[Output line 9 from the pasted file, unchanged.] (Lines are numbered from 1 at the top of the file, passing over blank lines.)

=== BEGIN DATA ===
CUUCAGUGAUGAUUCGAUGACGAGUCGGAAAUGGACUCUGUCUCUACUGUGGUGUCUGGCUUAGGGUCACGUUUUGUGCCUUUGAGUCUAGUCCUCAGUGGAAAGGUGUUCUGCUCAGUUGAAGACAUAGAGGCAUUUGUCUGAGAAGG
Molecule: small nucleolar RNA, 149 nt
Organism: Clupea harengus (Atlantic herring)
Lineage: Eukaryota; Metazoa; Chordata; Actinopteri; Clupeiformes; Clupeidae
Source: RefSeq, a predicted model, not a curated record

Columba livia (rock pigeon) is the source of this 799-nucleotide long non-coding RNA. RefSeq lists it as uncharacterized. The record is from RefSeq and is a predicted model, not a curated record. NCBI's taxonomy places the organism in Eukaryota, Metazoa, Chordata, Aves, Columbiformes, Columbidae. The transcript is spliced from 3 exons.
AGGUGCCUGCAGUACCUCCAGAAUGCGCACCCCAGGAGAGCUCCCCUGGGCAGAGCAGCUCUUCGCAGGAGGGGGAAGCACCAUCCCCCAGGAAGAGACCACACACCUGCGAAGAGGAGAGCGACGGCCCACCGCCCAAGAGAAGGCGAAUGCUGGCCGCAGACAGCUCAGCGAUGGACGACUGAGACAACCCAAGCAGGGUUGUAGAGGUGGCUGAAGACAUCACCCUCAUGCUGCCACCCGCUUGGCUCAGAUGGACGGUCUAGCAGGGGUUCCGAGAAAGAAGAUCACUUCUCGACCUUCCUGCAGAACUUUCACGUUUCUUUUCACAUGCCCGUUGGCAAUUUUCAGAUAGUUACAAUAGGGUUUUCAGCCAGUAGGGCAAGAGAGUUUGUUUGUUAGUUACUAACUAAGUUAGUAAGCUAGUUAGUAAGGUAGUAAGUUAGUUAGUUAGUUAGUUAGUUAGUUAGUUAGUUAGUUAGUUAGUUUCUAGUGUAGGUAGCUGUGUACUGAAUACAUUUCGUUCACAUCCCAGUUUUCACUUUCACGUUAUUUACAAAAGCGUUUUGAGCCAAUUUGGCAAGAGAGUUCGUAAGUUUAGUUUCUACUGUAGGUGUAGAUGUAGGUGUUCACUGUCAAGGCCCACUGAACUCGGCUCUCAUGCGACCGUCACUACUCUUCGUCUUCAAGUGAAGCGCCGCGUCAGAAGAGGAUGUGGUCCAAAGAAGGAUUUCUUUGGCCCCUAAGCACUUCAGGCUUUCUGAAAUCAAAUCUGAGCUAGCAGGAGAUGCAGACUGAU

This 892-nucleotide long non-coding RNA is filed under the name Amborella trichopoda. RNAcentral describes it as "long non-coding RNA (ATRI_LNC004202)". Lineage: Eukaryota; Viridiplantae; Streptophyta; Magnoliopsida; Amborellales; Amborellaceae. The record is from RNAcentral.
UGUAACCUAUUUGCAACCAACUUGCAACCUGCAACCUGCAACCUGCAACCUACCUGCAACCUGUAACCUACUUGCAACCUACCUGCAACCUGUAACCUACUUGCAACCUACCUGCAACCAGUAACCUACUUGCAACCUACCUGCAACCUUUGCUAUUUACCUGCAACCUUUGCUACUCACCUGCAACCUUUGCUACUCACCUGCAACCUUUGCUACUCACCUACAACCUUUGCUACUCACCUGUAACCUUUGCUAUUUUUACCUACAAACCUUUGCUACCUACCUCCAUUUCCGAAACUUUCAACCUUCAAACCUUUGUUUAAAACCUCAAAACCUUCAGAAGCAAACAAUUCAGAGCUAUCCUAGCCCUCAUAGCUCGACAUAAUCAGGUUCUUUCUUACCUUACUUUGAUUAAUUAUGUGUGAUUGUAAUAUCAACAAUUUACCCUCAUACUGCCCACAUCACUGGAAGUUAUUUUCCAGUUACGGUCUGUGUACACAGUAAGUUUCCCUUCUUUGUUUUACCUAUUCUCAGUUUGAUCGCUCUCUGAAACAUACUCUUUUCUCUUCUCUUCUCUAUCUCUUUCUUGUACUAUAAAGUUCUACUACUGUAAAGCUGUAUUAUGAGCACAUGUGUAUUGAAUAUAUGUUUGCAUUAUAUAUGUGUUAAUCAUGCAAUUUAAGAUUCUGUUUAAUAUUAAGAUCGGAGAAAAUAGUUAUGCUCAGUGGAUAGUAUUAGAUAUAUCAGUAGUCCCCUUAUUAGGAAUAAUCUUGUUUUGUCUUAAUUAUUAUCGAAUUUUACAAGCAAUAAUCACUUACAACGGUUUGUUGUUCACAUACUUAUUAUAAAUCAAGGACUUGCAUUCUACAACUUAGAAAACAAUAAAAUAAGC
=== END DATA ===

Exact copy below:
UGUAACCUAUUUGCAACCAACUUGCAACCUGCAACCUGCAACCUGCAACCUACCUGCAACCUGUAACCUACUUGCAACCUACCUGCAACCUGUAACCUACUUGCAACCUACCUGCAACCAGUAACCUACUUGCAACCUACCUGCAACCUUUGCUAUUUACCUGCAACCUUUGCUACUCACCUGCAACCUUUGCUACUCACCUGCAACCUUUGCUACUCACCUACAACCUUUGCUACUCACCUGUAACCUUUGCUAUUUUUACCUACAAACCUUUGCUACCUACCUCCAUUUCCGAAACUUUCAACCUUCAAACCUUUGUUUAAAACCUCAAAACCUUCAGAAGCAAACAAUUCAGAGCUAUCCUAGCCCUCAUAGCUCGACAUAAUCAGGUUCUUUCUUACCUUACUUUGAUUAAUUAUGUGUGAUUGUAAUAUCAACAAUUUACCCUCAUACUGCCCACAUCACUGGAAGUUAUUUUCCAGUUACGGUCUGUGUACACAGUAAGUUUCCCUUCUUUGUUUUACCUAUUCUCAGUUUGAUCGCUCUCUGAAACAUACUCUUUUCUCUUCUCUUCUCUAUCUCUUUCUUGUACUAUAAAGUUCUACUACUGUAAAGCUGUAUUAUGAGCACAUGUGUAUUGAAUAUAUGUUUGCAUUAUAUAUGUGUUAAUCAUGCAAUUUAAGAUUCUGUUUAAUAUUAAGAUCGGAGAAAAUAGUUAUGCUCAGUGGAUAGUAUUAGAUAUAUCAGUAGUCCCCUUAUUAGGAAUAAUCUUGUUUUGUCUUAAUUAUUAUCGAAUUUUACAAGCAAUAAUCACUUACAACGGUUUGUUGUUCACAUACUUAUUAUAAAUCAAGGACUUGCAUUCUACAACUUAGAAAACAAUAAAAUAAGC